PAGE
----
Labetalol hydrochloride tablets are indicated in the management of hypertension.Labetalol hydrochloride tablets may be used alone or in combination with other antihypertensive agents, especially thiazide and loop diuretics.
Hepatic Injury: Severe hepatocellular injury, confirmed by rechallenge in at least one case, occurs rarely with therapy with labetalol therapy.
The hepatic injury is usually reversible, but hepatic necrosis and death have been reported.
Injury has occurred after both short- and long-term treatment and may be slowly progressive despite minimal symptomatology.
Similar hepatic events have been reported with a related research compound, dilevalol HCl, including two deaths.
Dilevalol HCl is one of the four isomers of labetalol HCl.
Thus, for patients taking labetalol, periodic determination of suitable hepatic laboratory tests would be appropriate.
Appropriate laboratory testing should also be done at the very first symptom/sign of liver dysfunction (e.g, pruritus, dark urine, persistent anorexia, jaundice, right upper quadrant tenderness, or unexplained “flu-like” symptoms).
If the patient has laboratory evidence of liver injury or jaundice, labetalol should be stopped and not restarted.Cardiac Failure: Sympathetic stimulation is a vital component supporting circulatory function in congestive heart failure.
Beta-blockade carries a potential hazard of further depressing myocardial contractility and precipitating more severe failure.
Although beta-blockers should be avoided in overt congestive heart failure, if necessary, labetalol HCl can be used with caution in patients with a history of heart failure who are well compensated.
Congestive heart failure has been observed in patients receiving labetalol HCl.
Labetalol HCl does not abolish the inotropic action of digitalis on heart muscle.In Patients Without A History Of Cardiac Failure: In patients with latent cardiac insufficiency, continued depression of the myocardium with beta-blocking agents over a period of time can, in some cases, lead to cardiac failure.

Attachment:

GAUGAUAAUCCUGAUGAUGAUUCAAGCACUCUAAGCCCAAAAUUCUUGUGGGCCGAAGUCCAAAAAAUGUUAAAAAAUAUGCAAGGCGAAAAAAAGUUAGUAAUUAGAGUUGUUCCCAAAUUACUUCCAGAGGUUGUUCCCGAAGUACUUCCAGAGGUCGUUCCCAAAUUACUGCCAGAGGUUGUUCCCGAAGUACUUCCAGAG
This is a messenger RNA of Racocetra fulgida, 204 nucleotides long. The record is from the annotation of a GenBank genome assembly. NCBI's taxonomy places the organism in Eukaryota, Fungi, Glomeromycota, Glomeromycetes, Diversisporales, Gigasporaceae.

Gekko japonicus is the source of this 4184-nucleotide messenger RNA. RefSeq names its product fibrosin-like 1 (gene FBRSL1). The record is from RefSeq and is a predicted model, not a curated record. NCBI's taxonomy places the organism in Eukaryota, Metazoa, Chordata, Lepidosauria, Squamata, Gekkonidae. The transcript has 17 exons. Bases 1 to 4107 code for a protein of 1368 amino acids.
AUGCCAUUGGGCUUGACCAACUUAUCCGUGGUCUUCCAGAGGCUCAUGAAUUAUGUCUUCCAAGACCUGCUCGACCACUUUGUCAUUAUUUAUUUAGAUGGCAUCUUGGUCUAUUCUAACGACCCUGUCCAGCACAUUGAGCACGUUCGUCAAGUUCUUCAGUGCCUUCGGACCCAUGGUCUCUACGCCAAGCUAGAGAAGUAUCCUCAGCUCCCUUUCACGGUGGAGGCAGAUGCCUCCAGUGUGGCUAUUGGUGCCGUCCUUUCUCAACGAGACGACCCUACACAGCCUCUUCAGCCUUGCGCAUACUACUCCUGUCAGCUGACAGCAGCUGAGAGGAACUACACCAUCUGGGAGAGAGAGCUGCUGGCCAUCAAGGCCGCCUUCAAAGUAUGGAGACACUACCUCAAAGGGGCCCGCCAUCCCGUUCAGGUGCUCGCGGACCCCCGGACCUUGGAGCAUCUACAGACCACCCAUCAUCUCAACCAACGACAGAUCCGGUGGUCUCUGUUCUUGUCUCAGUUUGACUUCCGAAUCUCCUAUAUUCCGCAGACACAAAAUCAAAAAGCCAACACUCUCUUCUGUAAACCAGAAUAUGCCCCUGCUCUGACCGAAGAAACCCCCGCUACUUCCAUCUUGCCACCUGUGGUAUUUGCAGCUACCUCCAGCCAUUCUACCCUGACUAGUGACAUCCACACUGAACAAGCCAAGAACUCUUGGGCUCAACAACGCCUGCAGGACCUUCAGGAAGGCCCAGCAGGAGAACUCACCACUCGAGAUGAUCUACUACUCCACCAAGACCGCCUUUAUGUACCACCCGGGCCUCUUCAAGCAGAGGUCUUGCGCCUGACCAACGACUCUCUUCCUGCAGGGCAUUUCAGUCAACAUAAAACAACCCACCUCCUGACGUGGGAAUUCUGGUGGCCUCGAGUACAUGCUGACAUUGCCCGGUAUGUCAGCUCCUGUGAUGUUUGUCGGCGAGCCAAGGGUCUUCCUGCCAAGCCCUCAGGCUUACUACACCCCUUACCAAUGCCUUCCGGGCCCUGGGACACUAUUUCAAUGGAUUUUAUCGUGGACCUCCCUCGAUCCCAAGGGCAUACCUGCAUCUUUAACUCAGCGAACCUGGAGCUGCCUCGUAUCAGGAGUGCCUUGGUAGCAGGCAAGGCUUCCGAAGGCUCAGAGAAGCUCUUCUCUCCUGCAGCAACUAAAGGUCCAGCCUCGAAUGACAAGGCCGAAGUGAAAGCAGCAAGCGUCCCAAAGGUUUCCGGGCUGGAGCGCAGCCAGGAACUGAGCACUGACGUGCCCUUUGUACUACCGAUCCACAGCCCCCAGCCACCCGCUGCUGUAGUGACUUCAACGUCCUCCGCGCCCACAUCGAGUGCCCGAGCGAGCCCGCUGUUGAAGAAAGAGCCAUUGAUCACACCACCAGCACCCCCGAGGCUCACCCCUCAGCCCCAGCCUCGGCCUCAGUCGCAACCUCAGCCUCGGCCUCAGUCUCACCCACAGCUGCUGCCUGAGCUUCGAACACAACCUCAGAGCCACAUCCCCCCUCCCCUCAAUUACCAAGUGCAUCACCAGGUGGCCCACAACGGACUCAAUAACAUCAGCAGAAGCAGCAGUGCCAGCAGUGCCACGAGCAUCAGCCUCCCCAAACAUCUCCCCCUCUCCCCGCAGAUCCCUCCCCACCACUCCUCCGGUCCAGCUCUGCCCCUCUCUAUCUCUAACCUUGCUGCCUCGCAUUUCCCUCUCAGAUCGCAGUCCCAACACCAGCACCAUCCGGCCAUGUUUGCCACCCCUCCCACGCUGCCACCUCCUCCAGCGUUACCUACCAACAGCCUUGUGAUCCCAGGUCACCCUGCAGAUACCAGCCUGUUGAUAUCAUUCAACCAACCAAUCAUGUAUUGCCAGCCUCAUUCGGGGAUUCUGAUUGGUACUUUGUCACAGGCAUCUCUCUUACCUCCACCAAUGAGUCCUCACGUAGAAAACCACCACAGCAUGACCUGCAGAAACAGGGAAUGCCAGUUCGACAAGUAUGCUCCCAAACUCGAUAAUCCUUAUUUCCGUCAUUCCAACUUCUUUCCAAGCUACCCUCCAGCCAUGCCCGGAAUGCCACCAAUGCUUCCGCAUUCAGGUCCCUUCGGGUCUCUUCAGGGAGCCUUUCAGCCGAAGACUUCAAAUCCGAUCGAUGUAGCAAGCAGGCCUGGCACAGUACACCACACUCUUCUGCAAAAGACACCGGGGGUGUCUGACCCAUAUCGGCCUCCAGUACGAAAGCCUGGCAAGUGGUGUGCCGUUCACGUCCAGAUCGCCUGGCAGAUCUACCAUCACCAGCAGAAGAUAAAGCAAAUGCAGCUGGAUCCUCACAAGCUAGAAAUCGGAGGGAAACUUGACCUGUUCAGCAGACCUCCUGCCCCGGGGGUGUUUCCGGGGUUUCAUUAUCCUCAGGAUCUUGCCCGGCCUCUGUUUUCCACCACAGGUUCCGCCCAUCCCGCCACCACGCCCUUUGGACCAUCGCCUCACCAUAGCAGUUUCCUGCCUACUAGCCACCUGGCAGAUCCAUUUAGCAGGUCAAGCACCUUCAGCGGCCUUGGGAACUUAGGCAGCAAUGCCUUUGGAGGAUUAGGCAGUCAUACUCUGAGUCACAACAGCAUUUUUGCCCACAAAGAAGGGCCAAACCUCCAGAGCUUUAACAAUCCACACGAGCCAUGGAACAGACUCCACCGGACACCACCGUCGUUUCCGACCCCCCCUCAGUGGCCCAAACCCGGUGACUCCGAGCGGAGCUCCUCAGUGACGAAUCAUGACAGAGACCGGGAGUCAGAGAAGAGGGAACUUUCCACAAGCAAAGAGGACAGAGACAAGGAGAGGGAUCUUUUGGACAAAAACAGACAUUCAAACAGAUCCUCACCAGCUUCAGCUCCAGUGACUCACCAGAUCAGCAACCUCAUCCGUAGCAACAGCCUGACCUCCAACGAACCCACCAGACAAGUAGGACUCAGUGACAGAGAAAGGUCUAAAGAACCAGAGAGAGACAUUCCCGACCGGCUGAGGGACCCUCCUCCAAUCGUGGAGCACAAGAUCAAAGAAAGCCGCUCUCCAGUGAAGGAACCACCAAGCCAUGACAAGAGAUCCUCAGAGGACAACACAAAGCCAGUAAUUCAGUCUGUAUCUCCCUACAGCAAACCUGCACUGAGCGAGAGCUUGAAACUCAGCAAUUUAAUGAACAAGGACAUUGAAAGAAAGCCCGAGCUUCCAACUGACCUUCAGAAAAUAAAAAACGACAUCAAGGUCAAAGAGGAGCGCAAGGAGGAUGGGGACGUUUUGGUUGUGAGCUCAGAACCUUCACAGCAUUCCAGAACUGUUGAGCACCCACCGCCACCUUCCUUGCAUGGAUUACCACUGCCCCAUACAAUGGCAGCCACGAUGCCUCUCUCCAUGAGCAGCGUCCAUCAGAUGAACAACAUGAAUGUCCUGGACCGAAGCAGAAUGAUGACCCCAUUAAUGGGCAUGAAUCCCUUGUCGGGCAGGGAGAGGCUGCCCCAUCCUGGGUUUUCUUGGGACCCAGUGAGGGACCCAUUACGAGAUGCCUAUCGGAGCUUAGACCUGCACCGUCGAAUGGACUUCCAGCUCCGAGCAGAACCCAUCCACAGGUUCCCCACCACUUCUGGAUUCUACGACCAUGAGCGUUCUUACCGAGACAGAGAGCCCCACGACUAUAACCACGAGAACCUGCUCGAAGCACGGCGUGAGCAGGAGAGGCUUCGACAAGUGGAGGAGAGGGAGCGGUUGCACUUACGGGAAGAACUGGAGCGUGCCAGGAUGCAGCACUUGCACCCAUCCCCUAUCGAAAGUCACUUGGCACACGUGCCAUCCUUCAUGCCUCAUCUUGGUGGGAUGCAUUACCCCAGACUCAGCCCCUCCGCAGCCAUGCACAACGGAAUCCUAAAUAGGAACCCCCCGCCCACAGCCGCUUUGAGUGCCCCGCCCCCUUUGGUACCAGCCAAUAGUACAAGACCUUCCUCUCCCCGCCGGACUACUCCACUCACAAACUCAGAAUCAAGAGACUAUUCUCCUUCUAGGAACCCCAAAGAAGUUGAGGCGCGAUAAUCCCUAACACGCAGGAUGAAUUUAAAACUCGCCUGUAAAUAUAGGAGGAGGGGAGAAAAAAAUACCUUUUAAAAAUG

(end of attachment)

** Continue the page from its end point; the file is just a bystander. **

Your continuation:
At the first sign or symptom of impending cardiac failure, patients should be fully digitalized and/or be given a diuretic, and the response observed closely.
If cardiac failure continues, despite adequate digitalization and diuretic, therapy with labetalol HCl tablets should be withdrawn (gradually, if possible).Exacerbation of Ischemic Heart Disease Following Abrupt Withdrawal: Angina pectoris has not been reported upon labetalol HCl discontinuation.
However, hypersensitivity to catecholamines has been observed in patients withdrawn from beta-blocker therapy; exacerbation of angina and, in some cases, myocardial infarction have occurred after abrupt discontinuation of such therapy.
When discontinuing chronically administered labetalol HCl tablets, particularly in patients with ischemic heart disease, the dosage should be gradually reduced over a period of 1 to 2 weeks and the patient should be carefully monitored.
If angina markedly worsens or acute coronary insufficiency develops, therapy with labetalol HCl tablets should be reinstituted promptly, at least temporarily, and other measures appropriate for the management of unstable angina should be taken.
Patients should be warned against interruption or discontinuation of therapy without the physician’s advice.
Because coronary artery disease is common and may be unrecognized, it may be prudent not to discontinue therapy with labetalol HCl tablets abruptly in patients being treated for hypertension.Nonallergic Bronchospasm (e.g., Chronic Bronchitis and Emphysema) Patients with bronchospastic disease should, in general, not receive beta-blockers.
Labetalol HCl tablets may be used with caution, however, in patients who do not respond to, or cannot tolerate, other antihypertensive agents.
It is prudent, if labetalol HCl tablets are used, to use the smallest effective dose, so that inhibition of endogenous or exogenous beta-agonists is minimized.Pheochromocytoma: Labetalol HCl has been shown to be effective in lowering the blood pressure and relieving symptoms in patients with pheochromocytoma.
However, paradoxical hypertensive responses have been reported in a few patients with this tumor; therefore, use caution when administering labetalol HCl to patients with pheochromocytoma.Diabetes Mellitus and Hypoglycemia: Beta-adrenergic blockade may prevent the appearance of premonitory signs and symptoms (e.g, tachycardia) of acute hypoglycemia.
This is especially important with labile diabetics.
Beta-blockade also reduces the release of insulin in response to hyperglycemia; it may therefore be necessary to adjust the dose of antidiabetic drugs.Major Surgery: The necessity or desirability of withdrawing beta-blocking therapy before major surgery is controversial.
Protracted severe hypotension and difficulty in restarting or maintaining a heartbeat have been reported with beta-blockers.The effect of labetalol HCl’s alpha-adrenergic activity has not been evaluated in this setting.A synergism between labetalol HCl and halothane anesthesia has been shown (see PRECAUTIONS: Drug Interactions).